The first known example of a Service of Nine Lessons and Carols, in something like the format that has become popular today, dates to 1880, when such a service was held at the cathedral in Truro, in Cornwall, England, on Christmas Eve. Services of lessons and carols had been held elsewhere, but the then-Bishop of Truro formalized a pattern of scripture readings and carols that would prove popular for years to come.
It was thirty-eight years later, though, that the service began to take off in popularity when it was adapted for use at King’s College, Cambridge, by its Dean Eric Milner, who felt that worship in the college, and perhaps more generally, needed revitalizing.
Thirty-eight years later, of course, was December 1918.
The Great War had ended little more than a month before. Milner had himself served as a chaplain through January of that year, and knew well the horrors that not only he, but many who were entrusted to his spiritual care, had witnessed in the four years before. Indeed, Milner was no doubt mindful how many of the young men who had been part of the college four years before had been killed in the war, or wounded, or knew well someone who had been killed. Most likely, no one before whom Milner presided in that first Lessons and Carols at King’s had escaped being affected by the war somehow.
To say that worship, in the face of such horror, needed “revitalizing” was a dramatic understatement. How could one simply go on as before, in unthinking routine and idle songs about Heaven, in the face of four years of unremitting Hell?
For Milner the Service of Nine Lessons and Carols provided an answer, one that has always been useful throughout the church’s history; when all else fails, go back and tell the story. Starting from the Genesis account of human sin and fallenness, the Lessons unfold the story of God’s relentless working in human history for the redemption of us all, tracing the work of God through God’s promises to Abraham and the words of the prophets, finally culminating in the unlikely and world-changing birth of a child in an out-of-the-way corner of the Roman Empire.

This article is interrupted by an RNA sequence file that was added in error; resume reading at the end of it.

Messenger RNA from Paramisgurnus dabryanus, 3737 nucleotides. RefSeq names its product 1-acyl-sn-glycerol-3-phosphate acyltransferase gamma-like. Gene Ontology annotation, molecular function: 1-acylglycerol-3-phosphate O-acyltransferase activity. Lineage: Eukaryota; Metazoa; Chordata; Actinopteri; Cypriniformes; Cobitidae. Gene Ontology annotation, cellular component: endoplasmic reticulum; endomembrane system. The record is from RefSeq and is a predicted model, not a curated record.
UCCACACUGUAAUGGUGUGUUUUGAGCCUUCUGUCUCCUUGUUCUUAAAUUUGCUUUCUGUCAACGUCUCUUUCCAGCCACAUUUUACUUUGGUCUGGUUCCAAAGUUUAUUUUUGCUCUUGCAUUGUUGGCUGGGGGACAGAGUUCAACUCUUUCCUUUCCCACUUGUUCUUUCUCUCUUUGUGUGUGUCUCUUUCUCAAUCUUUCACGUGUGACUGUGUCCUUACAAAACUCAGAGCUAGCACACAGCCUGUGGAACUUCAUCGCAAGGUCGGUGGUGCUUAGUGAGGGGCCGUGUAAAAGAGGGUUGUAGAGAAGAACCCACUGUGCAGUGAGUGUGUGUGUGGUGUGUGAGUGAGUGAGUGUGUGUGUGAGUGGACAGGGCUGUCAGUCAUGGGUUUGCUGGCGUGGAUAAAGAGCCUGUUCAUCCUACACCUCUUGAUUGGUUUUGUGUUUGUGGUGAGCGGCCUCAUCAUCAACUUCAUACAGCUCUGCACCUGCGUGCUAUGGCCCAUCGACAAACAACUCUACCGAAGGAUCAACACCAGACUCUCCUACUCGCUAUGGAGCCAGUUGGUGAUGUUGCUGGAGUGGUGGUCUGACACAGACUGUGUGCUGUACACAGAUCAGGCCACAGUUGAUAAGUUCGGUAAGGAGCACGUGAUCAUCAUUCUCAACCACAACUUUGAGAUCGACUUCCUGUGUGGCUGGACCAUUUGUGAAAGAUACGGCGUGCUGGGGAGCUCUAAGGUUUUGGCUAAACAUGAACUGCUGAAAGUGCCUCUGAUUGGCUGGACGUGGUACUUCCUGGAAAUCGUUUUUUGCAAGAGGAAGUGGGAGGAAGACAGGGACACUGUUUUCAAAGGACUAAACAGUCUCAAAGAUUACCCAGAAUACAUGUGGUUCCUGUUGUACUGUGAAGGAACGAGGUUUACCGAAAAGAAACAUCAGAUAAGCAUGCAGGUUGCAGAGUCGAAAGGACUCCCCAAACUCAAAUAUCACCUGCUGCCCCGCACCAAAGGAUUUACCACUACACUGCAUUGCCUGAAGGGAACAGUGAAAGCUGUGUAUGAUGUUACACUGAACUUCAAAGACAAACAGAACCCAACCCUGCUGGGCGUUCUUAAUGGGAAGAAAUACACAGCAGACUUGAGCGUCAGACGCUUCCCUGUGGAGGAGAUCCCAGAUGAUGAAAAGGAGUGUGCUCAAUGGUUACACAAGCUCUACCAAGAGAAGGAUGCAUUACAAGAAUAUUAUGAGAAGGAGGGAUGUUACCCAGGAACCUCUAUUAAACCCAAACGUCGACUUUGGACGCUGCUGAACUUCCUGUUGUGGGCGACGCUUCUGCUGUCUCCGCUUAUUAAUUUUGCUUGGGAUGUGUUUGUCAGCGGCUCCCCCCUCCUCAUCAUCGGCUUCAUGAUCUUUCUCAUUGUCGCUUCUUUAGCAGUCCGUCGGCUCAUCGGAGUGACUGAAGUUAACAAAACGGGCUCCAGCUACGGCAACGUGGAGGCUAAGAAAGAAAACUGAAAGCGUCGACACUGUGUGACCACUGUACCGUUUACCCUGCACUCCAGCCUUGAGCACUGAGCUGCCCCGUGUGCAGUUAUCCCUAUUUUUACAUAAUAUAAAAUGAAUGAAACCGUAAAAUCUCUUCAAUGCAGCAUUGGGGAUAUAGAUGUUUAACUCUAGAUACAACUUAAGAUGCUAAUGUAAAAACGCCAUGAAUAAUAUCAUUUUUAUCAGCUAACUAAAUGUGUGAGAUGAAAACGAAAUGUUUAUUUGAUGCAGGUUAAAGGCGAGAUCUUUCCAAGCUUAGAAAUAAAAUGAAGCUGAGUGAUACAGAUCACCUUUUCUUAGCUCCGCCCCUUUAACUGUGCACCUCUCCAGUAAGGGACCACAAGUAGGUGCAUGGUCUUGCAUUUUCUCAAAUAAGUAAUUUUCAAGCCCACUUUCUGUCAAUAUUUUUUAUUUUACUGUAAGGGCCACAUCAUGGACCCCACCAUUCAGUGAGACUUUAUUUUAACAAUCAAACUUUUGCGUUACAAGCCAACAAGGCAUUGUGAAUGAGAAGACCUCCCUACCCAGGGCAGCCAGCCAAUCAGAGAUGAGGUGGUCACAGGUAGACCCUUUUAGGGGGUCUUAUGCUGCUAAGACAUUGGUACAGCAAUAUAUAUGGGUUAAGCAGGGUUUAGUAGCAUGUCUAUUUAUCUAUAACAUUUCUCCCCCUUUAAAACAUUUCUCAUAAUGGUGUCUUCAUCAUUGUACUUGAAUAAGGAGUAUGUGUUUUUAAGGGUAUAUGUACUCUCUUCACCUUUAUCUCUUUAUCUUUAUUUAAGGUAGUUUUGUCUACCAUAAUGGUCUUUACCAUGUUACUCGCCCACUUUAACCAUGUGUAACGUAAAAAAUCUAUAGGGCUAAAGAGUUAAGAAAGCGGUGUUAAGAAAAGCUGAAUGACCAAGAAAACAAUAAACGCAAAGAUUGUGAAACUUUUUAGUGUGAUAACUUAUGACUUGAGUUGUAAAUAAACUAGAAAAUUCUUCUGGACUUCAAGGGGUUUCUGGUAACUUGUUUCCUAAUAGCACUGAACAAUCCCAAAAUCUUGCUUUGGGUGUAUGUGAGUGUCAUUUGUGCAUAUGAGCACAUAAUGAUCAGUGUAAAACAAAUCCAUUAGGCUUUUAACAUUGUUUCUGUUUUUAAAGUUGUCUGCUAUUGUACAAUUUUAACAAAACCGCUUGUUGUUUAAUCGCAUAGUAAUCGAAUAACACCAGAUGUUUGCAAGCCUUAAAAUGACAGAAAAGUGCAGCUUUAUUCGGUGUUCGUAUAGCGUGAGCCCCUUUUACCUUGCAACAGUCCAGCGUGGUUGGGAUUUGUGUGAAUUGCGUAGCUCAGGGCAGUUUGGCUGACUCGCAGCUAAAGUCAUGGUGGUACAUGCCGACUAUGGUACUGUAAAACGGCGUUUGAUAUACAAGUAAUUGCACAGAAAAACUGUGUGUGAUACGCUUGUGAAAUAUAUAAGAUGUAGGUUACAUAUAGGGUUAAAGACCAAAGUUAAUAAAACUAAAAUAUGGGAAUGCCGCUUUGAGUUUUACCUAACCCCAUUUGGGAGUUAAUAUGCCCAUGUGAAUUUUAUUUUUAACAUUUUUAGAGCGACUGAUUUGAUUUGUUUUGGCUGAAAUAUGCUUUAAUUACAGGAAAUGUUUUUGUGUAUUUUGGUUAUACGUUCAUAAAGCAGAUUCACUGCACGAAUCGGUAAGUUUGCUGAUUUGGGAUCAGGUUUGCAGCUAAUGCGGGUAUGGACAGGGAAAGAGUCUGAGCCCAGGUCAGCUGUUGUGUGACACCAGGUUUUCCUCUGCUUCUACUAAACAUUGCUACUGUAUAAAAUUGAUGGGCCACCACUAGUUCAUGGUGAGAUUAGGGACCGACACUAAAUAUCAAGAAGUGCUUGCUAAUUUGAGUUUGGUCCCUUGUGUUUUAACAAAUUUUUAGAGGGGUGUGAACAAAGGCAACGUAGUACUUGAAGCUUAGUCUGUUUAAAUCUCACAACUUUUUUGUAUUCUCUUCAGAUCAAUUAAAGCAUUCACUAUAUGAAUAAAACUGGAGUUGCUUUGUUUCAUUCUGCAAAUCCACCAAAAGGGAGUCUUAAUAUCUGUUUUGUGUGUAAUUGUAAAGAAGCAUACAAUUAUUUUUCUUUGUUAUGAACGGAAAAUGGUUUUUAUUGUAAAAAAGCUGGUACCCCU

You can hear these concerns in the Bidding Prayer that has become part of the tradition of the service. Worship leads us to lift up in prayer “the needs of the whole world,” not to ignore them or dismiss them as meaningless to us. We may not be fresh from the most destructive war humanity had yet known, but war still rages in our world, visiting fresh atrocities upon children of God for the whole world to see. Perhaps we, too, need to hear the story again.
Beloved in Christ, be it this Christmastide our care and delight to hear again the message of the angels, and in heart and mind to go even unto Bethlehem and see this thing which is come to pass, and the Babe lying in a manger.
Therefore let us read and mark in Holy Scripture the tale of the loving purposes of God from the first days of our disobedience unto the glorious Redemption brought us by this Holy Child.
But first, let us pray for the needs of the whole world; for peace on earth and goodwill among all his people; for unity and brotherhood within the Church he came to build, and especially in this city of Gainesville and the church worldwide.
And because this of all things would rejoice his heart, let us remember, in his name, the poor and helpless, the cold, the hungry, and the oppressed; the sick and them that mourn, the lonely and the unloved, the aged and the little children; all those who know not the Lord Jesus, or who love him not, or who by sin have grieved his heart of love.
Lastly, let us remember before God all those who rejoice with us, but upon another shore, and in a greater light, that multitude which no man can number, whose hope was in the Word made flesh, and with whom in the Lord Jesus we are for ever one.
Let us worship God.